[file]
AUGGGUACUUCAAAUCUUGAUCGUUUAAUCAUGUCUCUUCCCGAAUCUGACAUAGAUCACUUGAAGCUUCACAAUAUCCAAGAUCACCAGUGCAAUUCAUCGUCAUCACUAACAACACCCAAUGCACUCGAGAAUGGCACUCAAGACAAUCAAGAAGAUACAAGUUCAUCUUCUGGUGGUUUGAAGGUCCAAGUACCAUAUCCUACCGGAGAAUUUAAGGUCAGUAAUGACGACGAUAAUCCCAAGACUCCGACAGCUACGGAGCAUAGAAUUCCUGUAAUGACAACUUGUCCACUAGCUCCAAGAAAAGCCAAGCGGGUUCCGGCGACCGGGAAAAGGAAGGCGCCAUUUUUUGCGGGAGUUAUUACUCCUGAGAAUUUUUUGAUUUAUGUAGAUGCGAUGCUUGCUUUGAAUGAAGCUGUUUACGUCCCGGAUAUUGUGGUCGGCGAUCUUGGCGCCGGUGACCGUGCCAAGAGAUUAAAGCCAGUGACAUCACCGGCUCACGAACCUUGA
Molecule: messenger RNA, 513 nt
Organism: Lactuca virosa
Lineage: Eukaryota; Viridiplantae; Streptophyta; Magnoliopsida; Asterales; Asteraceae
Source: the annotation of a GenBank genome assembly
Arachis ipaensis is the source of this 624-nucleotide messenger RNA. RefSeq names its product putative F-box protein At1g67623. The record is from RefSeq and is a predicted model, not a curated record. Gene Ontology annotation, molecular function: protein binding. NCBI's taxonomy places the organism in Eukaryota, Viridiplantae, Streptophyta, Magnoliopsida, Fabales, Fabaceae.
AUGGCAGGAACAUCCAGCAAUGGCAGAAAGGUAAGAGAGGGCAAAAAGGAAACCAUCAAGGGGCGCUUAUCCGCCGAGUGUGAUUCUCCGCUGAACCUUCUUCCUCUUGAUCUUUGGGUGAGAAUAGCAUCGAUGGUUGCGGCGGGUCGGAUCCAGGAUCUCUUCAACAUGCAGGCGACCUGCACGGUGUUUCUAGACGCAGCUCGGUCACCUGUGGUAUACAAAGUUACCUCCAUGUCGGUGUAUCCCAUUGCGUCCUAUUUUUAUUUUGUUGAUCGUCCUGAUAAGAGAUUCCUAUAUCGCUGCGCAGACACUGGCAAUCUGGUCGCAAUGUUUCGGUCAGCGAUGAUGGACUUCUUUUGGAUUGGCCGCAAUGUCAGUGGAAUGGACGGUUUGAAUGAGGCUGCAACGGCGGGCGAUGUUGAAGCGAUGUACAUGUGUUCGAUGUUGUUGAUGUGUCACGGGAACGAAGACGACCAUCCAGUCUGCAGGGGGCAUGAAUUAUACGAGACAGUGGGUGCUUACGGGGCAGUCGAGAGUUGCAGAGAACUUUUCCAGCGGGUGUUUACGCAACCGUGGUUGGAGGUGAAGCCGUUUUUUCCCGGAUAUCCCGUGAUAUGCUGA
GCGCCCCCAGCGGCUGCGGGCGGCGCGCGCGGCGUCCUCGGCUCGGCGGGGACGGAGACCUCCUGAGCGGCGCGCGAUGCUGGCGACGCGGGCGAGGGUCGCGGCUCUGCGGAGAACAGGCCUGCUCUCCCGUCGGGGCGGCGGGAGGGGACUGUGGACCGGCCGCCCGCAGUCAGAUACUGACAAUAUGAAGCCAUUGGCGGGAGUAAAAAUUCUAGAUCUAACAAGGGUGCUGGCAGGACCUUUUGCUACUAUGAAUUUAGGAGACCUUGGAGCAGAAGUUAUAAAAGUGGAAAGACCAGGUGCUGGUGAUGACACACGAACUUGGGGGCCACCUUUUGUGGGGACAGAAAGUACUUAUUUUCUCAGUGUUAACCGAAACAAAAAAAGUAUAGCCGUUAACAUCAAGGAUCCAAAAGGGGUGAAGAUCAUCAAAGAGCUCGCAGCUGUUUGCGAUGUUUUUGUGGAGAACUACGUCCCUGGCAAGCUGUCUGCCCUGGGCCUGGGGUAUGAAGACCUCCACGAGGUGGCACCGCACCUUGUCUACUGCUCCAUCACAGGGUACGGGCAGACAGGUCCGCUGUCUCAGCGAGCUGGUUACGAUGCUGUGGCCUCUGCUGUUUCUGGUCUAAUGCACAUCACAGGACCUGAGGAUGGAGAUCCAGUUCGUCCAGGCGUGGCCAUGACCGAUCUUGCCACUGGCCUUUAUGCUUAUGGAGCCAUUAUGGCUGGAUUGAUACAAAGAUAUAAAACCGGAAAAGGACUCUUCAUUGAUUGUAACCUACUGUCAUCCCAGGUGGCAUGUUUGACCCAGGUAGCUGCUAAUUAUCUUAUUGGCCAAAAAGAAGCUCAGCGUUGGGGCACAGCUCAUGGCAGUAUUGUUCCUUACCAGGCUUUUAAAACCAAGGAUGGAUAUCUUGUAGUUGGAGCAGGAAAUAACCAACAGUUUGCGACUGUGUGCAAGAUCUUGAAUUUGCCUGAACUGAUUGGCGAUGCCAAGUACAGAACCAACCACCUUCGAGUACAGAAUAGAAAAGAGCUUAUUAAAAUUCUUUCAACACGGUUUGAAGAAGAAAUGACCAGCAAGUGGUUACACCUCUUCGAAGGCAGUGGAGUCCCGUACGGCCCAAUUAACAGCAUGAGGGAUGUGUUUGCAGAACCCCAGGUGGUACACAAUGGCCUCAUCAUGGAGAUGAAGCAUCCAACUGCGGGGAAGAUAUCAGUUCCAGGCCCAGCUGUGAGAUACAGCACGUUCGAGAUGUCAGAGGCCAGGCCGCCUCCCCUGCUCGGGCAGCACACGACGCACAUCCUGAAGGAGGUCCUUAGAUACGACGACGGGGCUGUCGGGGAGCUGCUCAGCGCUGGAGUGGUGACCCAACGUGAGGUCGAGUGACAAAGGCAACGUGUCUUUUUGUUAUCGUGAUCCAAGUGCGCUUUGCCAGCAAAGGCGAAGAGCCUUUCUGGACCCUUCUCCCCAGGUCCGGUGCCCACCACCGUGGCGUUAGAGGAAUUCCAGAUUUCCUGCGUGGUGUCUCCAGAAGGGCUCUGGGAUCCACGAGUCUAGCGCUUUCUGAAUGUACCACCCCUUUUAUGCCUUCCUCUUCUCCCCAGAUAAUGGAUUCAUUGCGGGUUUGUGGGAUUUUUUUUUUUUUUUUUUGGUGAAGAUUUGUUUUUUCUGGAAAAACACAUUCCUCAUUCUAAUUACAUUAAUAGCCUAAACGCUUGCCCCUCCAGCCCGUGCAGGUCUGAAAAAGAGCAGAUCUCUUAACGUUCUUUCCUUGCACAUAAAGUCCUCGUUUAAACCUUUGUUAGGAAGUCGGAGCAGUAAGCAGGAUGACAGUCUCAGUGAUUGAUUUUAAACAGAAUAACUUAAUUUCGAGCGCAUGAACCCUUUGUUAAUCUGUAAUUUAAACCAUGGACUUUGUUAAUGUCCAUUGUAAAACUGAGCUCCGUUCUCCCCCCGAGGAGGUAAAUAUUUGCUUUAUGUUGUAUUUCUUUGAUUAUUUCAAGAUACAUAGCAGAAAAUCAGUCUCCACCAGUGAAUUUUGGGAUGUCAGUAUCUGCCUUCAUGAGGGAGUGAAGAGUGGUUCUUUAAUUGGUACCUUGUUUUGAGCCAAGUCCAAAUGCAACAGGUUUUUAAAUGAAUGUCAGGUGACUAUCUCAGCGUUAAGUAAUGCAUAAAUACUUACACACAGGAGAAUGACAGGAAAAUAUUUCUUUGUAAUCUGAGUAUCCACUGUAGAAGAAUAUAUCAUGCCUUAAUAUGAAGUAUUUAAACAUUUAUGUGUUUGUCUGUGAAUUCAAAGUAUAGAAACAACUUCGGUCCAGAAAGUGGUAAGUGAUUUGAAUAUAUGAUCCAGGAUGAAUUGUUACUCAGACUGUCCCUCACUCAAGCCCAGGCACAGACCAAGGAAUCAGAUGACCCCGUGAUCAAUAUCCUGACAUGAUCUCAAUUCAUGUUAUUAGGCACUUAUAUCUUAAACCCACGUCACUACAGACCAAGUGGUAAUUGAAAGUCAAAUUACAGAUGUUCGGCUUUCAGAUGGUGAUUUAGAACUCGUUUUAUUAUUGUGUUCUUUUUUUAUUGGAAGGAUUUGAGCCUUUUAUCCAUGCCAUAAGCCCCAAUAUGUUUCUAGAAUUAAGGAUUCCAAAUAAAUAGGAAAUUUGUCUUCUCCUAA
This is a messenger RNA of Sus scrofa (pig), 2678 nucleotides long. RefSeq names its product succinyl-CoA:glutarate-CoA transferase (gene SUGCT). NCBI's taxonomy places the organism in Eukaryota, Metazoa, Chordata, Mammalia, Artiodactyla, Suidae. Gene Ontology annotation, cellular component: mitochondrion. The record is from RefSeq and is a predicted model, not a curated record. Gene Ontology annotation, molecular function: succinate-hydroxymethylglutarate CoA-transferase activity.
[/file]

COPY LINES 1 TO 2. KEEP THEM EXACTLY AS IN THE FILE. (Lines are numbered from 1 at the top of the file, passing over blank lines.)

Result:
AUGGGUACUUCAAAUCUUGAUCGUUUAAUCAUGUCUCUUCCCGAAUCUGACAUAGAUCACUUGAAGCUUCACAAUAUCCAAGAUCACCAGUGCAAUUCAUCGUCAUCACUAACAACACCCAAUGCACUCGAGAAUGGCACUCAAGACAAUCAAGAAGAUACAAGUUCAUCUUCUGGUGGUUUGAAGGUCCAAGUACCAUAUCCUACCGGAGAAUUUAAGGUCAGUAAUGACGACGAUAAUCCCAAGACUCCGACAGCUACGGAGCAUAGAAUUCCUGUAAUGACAACUUGUCCACUAGCUCCAAGAAAAGCCAAGCGGGUUCCGGCGACCGGGAAAAGGAAGGCGCCAUUUUUUGCGGGAGUUAUUACUCCUGAGAAUUUUUUGAUUUAUGUAGAUGCGAUGCUUGCUUUGAAUGAAGCUGUUUACGUCCCGGAUAUUGUGGUCGGCGAUCUUGGCGCCGGUGACCGUGCCAAGAGAUUAAAGCCAGUGACAUCACCGGCUCACGAACCUUGA
Molecule: messenger RNA, 513 nt